In 35 countries, 10% or more report this type of help
WASHINGTON, D.C. -- Gallup surveys in 135 countries reveal about 3% of adults worldwide live in households that receive remittances -- either in the form of money or goods -- from someone in another country. In 35 countries, however, 10% or more report their households get this type of help. These countries are primarily concentrated in sub-Saharan Africa.
These results, based on aggregated data from surveys conducted in 2009 and 2010, capture information that complements officially recorded flows of money. Gallup's surveys ask about financial help in money or goods and are not restricted to transactions through formal channels. The data also shed additional light on remittances in countries -- particularly those in sub-Saharan Africa -- where little or no official data exist.
These findings may be conservative either because survey participants are reluctant to report getting help from someone or because the person randomly selected for the interview is unaware the household receives remittances.
Top Countries Receiving International Remittances
Adults in the Somaliland region, Comoros, and Zimbabwe are the most likely worldwide to report receiving remittances, with more than 30% of adults saying they get money or goods from someone in another country. These relatively high percentages likely reflect help from their large diasporas. In Zimbabwe, for example, where a quarter of the population lives outside the country, the Reserve Bank reports remittances increased 33% in 2010 to about $263 million.
Outside sub-Saharan Africa, the countries where the highest percentages of residents report receiving remittances are more spread out across Latin America, Central Asia, Eastern Europe, and Southeast Asia.
Where Remittances Go Varies by Country
Because Gallup's data track where recipients of remittances live, rather than where a formal remittance transaction ends, they provide insight about where remittances go.
In 12 of the 35 countries where 10% or more households report receiving help from abroad, residents in urban areas -- cities with 50,000 residents or more -- are more likely to report receiving international remittances than those in less urban areas -- towns and villages with populations less than 50,000. This is the case in Zimbabwe, Dominican Republic, the Philippines, and nine other countries.
The opposite is true in other countries such as Niger and Tajikistan, where residents of less urban areas are more likely to receive remittances than those in urban areas. In countries such as El Salvador and Kyrgyzstan, residents in urban and less urban areas are equally as likely to report receiving remittances. In many of these top-receiving countries -- but not all -- international remittances are reaching residents in less urban areas.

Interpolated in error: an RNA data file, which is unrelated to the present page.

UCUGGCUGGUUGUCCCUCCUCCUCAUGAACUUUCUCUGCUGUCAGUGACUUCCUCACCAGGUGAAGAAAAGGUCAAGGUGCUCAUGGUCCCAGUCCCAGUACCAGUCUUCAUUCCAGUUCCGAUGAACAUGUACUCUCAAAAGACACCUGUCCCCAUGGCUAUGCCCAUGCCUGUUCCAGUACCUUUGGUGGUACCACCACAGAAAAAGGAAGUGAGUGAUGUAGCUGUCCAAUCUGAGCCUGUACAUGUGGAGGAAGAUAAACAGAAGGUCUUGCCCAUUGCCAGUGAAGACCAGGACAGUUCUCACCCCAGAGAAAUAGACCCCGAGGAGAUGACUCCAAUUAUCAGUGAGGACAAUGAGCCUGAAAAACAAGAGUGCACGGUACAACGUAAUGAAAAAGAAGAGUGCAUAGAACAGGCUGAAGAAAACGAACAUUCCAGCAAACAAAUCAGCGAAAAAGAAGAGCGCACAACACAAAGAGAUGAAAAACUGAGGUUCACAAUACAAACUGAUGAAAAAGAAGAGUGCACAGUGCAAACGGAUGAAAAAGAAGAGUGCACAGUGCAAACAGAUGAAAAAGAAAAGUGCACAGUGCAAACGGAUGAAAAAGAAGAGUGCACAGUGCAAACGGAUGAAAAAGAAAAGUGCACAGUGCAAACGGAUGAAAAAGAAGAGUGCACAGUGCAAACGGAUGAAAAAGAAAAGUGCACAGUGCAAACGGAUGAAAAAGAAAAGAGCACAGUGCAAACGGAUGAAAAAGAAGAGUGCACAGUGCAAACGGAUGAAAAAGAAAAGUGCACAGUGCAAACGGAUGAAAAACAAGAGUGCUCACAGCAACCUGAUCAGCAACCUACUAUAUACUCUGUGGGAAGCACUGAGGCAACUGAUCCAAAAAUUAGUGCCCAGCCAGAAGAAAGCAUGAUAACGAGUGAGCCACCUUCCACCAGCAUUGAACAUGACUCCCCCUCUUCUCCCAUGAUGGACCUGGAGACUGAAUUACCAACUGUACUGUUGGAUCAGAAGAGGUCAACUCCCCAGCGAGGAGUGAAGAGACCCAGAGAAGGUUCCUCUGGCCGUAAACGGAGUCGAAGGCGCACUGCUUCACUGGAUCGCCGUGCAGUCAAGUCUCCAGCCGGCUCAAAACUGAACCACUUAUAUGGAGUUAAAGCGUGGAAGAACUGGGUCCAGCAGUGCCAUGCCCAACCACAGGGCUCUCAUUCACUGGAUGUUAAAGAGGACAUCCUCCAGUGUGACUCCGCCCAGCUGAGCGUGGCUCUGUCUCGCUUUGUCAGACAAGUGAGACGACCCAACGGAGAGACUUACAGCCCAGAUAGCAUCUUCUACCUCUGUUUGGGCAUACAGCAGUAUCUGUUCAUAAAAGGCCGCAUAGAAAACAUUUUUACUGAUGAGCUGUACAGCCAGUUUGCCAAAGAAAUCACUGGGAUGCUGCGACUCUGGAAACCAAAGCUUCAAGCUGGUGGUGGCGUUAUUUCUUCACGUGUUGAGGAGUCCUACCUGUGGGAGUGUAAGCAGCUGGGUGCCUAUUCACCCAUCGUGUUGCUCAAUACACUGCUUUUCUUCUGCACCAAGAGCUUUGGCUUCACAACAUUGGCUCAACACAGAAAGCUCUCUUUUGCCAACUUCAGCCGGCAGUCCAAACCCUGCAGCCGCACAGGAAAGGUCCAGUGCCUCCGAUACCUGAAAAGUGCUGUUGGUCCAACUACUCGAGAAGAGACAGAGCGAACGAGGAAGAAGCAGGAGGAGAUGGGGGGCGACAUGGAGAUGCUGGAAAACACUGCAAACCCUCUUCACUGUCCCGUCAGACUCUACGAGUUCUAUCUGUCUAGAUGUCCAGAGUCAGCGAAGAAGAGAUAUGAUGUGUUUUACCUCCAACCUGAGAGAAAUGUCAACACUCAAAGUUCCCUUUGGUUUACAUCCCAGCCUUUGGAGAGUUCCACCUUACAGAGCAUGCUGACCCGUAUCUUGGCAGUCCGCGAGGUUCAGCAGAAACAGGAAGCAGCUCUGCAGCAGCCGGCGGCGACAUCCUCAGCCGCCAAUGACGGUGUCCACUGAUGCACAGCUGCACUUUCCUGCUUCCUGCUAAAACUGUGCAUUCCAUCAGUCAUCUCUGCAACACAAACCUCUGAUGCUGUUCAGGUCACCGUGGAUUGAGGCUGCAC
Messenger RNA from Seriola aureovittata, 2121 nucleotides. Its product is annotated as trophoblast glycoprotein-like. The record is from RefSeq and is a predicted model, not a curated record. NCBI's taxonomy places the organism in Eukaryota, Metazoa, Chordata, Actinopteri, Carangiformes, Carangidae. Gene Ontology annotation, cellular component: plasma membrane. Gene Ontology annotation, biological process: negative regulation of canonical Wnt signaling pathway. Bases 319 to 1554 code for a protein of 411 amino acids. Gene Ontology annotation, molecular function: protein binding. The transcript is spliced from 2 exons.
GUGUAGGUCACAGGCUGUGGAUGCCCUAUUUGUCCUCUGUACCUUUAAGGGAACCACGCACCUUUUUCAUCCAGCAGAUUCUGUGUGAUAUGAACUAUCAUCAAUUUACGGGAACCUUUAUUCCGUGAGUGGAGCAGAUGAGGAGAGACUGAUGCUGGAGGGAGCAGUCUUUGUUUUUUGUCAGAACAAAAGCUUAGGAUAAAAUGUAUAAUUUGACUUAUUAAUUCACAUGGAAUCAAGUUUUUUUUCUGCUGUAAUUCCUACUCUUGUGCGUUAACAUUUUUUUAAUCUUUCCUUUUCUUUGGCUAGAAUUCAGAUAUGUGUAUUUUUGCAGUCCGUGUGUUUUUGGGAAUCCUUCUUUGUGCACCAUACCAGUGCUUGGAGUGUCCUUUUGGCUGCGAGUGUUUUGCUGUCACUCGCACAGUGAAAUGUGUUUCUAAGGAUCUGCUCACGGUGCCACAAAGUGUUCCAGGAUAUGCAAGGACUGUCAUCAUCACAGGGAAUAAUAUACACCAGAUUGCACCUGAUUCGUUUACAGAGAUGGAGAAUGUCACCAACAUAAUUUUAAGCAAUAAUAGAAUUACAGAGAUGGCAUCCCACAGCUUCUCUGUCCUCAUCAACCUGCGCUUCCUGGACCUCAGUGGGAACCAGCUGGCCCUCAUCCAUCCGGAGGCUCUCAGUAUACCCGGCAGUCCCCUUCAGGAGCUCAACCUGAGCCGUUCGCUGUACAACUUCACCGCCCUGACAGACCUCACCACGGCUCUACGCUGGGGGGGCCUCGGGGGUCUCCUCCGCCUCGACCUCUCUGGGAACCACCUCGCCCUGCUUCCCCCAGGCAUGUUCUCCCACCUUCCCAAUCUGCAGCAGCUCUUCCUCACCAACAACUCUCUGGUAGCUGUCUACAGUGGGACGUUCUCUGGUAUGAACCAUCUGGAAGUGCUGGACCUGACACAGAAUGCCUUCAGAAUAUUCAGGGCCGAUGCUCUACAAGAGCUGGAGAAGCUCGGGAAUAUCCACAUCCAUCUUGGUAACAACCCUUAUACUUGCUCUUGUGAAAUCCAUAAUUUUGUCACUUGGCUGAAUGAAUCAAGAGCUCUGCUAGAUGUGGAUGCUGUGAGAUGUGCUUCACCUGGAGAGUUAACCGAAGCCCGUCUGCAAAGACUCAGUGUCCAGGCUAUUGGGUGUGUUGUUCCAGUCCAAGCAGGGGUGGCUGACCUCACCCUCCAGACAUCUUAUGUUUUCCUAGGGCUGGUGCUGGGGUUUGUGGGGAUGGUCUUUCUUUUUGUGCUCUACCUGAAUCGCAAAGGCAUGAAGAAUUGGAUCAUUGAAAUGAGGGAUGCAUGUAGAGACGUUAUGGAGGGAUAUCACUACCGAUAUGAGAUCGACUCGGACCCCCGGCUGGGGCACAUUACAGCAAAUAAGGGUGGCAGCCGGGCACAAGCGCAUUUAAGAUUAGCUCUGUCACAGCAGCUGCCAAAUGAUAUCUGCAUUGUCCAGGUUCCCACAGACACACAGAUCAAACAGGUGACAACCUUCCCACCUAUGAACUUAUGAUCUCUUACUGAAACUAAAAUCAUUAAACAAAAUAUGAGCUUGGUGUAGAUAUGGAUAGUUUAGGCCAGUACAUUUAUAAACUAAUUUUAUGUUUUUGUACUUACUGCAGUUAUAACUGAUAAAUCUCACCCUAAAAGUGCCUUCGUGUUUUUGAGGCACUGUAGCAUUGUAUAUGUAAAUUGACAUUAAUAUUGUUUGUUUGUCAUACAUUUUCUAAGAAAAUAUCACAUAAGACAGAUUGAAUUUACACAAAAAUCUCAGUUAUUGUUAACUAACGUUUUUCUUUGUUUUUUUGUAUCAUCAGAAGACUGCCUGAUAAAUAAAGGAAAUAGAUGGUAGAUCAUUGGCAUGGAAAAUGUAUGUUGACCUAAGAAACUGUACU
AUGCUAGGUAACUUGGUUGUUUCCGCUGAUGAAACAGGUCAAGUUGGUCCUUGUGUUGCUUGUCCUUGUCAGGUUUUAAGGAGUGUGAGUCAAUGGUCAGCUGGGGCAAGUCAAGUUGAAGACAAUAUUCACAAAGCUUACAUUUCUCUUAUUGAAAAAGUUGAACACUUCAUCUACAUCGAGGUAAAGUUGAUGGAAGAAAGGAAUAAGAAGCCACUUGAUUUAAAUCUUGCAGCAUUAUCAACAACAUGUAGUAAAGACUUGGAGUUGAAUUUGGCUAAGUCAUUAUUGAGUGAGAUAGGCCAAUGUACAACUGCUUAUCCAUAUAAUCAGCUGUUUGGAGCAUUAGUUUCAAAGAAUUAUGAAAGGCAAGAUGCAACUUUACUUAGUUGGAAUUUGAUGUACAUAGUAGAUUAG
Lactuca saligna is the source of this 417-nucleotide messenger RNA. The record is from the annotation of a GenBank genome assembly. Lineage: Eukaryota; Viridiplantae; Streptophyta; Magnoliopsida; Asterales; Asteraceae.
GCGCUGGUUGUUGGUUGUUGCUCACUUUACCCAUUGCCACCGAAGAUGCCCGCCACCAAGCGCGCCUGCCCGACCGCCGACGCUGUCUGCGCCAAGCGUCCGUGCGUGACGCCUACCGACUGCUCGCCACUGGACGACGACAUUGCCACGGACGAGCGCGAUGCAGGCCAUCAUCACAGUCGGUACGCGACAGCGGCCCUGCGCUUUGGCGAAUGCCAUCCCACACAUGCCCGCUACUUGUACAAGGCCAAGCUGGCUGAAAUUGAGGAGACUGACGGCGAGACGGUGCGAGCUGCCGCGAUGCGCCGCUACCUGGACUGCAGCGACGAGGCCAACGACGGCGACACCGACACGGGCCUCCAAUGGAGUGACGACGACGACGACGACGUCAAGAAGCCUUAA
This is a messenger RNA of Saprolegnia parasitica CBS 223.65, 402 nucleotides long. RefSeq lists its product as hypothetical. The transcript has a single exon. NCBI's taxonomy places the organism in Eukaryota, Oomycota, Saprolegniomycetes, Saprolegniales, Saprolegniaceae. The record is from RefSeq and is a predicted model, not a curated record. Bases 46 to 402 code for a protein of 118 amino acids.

Gallup surveys worldwide estimate how many adults live in households that receive financial assistance or goods from outside their own countries and where some of these remittances are going. The list of countries where high percentages report receiving this type of assistance is relatively small, but these remittances are likely a lifeline for millions of people. While international remittances often receive the lion's share of attention, they are only part of the story. Future articles will provide a worldwide picture of those receiving financial help from an individual within the same country.
For complete data sets or custom research from the more than 150 countries Gallup continually surveys, please contact SocialandEconomicAnalysis@gallup.com or call 202.715.3030.
Results are based on face-to-face and telephone interviews conducted in 2009 and 2010 among residents aged 15 and older, in 135 countries. Data are aggregated. For most countries, sample size is 2,000 adults or greater. Four countries have sample sizes between 500 and 1,000: New Zealand, Latvia, Haiti, and Estonia. Data for Gulf Cooperation Council countries exclude non-Arab expatriates. For results based on the total sample in each country, one can say with 95% confidence that the maximum margin of sampling error ranges from ±1.0 percentage point in India to ±4.7 percentage points in Latvia and Estonia. The margin of error reflects the influence of data weighting. In addition to sampling error, question wording and practical difficulties in conducting surveys can introduce error or bias into the findings of public opinion polls.
For more complete methodology and specific survey dates, please review Gallup's Country Data Set details.